Boolean games allow us to succinctly represent strategic games with binary payoffs in the case where the players' preferences have a structure readily expressible in propositional logic. Since their introduction, the computational aspects of Boolean games have been of interest to the multiagent community, but so far the focus has been exclusively on pure strategy equilibria. In this paper we consider the complexity of problems involving mixed strategy equilibria, such as the existence of an equilibrium satisfying a given payoff constraint. The results are obtained by the observation that a mixed strategy can hold enough information to encode the computation history of an exponential time Turing machine.
Boolean games are an expressive and natural formalism through which to investigate problems of strategic interaction in multiagent systems. Although they have been widely studied, almost all previous work on Nash equilibria in Boolean games has focused on the restricted setting of pure strategies. This is a shortcoming as finite games are guaranteed to have at least one equilibrium in mixed strategies, but many simple games fail to have pure strategy equilibria at all. We address this by showing that a natural decision problem about mixed equilibria: determining whether a Boolean game has a mixed strategy equilibrium that guarantees every player a given payoff, is NEXP-hard. Accordingly, the epsilon variety of the problem is NEXP-complete. The proof can be adapted to show coNEXP-hardness of a similar question: whether all Nash equilibria of a Boolean game guarantee every player at least the given payoff.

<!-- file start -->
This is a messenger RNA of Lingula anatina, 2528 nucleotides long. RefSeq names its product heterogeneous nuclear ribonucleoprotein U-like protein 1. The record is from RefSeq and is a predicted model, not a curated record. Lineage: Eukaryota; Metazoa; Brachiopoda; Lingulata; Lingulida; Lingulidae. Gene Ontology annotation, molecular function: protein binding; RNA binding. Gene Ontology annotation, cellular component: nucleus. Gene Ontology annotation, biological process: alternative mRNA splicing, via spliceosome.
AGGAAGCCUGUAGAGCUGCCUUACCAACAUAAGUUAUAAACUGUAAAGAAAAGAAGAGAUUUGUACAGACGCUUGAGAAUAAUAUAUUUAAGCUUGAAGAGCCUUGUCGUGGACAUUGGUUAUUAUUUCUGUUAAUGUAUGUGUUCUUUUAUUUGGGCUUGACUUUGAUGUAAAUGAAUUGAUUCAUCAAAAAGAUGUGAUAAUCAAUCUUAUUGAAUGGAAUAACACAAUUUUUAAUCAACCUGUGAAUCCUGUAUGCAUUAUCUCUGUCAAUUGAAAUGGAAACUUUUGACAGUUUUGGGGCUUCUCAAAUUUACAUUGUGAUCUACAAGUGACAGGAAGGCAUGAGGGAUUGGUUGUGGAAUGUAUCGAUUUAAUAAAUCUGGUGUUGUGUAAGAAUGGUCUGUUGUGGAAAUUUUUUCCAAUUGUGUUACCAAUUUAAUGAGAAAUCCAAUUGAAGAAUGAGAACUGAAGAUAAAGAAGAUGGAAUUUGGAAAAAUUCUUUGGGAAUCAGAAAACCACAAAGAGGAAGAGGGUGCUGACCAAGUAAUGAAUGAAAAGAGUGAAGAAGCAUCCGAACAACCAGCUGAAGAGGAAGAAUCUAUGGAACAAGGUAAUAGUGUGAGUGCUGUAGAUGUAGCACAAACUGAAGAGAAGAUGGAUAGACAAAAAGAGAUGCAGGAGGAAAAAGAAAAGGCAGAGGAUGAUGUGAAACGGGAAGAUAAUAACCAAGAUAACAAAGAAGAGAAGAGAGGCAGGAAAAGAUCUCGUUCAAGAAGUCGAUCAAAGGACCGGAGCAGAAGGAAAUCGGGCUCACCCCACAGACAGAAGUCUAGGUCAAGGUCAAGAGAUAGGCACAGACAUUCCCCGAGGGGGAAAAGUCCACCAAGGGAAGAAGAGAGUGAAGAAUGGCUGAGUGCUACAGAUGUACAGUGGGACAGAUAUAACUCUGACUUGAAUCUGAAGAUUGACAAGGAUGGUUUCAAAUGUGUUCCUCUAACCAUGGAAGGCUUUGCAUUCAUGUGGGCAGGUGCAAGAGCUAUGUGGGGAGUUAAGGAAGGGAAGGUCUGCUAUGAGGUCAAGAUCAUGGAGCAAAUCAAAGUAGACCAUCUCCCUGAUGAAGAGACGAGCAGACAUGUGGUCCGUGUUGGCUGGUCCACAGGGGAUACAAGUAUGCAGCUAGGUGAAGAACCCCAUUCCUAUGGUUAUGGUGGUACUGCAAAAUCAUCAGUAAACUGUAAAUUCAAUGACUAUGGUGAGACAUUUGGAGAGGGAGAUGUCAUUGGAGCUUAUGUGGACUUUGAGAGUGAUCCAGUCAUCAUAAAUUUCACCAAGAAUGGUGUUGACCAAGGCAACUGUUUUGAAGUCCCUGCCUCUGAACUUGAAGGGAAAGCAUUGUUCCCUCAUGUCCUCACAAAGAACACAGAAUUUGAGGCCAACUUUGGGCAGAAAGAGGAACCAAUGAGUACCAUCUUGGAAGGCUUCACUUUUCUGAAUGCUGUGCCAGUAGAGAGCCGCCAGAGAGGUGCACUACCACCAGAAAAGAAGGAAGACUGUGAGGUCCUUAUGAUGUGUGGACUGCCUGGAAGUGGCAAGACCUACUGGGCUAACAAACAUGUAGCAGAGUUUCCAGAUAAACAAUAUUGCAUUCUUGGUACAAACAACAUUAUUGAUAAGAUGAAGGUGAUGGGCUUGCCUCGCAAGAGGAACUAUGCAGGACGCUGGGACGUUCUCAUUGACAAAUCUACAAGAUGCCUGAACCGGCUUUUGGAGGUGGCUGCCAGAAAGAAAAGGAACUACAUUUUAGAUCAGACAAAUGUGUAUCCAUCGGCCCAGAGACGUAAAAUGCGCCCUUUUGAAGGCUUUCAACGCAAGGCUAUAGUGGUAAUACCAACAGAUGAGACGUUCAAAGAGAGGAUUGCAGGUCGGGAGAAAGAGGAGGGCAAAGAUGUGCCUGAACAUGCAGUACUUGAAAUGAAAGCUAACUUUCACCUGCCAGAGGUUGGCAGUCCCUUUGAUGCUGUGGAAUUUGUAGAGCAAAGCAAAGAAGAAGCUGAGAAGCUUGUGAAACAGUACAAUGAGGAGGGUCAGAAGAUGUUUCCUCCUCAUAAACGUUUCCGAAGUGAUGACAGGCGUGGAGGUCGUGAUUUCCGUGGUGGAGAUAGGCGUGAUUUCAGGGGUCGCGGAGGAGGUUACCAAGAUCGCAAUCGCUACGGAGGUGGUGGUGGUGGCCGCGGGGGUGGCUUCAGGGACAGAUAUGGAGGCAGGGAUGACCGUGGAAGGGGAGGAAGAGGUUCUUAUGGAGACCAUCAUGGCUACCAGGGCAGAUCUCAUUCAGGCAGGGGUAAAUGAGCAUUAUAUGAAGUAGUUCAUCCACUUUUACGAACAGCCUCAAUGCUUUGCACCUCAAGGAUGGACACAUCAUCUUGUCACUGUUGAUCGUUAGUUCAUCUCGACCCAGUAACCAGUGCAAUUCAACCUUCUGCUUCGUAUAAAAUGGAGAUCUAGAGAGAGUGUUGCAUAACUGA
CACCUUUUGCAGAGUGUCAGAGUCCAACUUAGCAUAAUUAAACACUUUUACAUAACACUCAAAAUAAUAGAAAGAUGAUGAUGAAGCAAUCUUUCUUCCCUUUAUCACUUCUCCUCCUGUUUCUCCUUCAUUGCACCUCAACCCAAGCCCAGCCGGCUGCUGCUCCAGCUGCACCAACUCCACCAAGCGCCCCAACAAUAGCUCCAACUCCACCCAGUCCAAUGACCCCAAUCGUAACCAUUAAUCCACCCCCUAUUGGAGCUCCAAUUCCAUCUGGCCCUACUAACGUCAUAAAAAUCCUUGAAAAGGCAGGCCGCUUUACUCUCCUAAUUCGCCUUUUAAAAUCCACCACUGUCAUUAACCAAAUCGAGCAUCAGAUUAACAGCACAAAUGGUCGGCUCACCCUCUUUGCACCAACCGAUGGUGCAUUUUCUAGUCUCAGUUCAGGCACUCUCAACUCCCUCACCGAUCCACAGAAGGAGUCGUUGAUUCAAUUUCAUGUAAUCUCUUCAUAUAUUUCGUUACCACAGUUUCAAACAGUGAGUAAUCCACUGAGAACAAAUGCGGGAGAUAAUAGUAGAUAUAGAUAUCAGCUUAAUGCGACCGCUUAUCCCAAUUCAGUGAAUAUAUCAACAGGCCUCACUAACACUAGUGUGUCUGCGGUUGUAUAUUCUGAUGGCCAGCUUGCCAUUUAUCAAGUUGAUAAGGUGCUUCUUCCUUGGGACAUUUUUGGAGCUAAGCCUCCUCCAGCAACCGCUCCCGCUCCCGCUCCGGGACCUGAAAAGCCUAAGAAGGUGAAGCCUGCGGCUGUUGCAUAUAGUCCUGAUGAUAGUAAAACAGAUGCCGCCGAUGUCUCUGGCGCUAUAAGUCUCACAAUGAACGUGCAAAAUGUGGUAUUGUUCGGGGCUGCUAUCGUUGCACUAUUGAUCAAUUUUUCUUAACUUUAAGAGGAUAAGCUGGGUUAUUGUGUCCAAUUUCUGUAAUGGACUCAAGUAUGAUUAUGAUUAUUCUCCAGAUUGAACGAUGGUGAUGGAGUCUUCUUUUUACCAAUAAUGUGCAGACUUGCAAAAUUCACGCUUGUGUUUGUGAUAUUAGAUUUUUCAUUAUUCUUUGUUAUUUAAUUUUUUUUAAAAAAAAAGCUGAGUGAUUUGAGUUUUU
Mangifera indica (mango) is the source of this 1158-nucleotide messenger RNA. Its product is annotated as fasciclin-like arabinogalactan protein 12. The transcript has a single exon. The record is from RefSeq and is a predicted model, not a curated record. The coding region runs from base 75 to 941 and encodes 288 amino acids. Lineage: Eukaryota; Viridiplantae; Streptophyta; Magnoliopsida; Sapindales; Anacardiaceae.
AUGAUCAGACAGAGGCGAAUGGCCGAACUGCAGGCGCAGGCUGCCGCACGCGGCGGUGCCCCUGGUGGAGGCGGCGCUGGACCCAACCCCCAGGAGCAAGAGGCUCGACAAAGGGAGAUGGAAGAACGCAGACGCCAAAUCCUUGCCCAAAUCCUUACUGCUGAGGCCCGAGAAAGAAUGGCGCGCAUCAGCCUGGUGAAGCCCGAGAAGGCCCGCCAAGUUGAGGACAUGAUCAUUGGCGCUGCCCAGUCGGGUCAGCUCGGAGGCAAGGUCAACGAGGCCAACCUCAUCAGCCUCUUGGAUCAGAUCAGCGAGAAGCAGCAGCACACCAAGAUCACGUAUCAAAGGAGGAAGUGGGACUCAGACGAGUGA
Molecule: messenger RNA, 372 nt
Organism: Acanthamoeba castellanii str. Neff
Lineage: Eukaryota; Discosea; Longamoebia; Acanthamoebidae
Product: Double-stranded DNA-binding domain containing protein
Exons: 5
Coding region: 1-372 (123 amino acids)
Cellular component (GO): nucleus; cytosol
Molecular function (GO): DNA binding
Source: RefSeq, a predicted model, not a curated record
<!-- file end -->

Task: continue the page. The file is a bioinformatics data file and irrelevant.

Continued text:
A model for organizing cargo transportation between two node stations connected by a railway line which contains a certain number of intermediate stations is considered. The movement of cargo is in one direction. Such a situation may occur, for example, if one of the node stations is located in a region which produce raw material for manufacturing industry located in another region, and there is another node station. The organization of freight traﬃc is performed by means of a number of technologies. These technologies determine the rules for taking on cargo at the initial node station, the rules of interaction between neighboring stations, as well as the rule of distribution of cargo to the ﬁnal node stations. The process of cargo transportation is followed by the set rule of control. For such a model, one must determine possible modes of cargo transportation and describe their properties. This model is described by a ﬁnite-dimensional system of diﬀerential equations with nonlocal linear restrictions. The class of the solution satisfying nonlocal linear restrictions is extremely narrow. It results in the need for the “correct” extension of solutions of a system of diﬀerential equations to a class of quasi-solutions having the distinctive feature of gaps in a countable number of points. It was possible numerically using the Runge–Kutta method of the fourth order to build these quasi-solutions and determine their rate of growth. Let us note that in the technical plan the main complexity consisted in obtaining quasi-solutions satisfying the nonlocal linear restrictions. Furthermore, we investigated the dependence of quasi-solutions and, in particular, sizes of gaps (jumps) of solutions on a number of parameters of the model characterizing a rule of control, technologies for transportation of cargo and intensity of giving of cargo on a node station.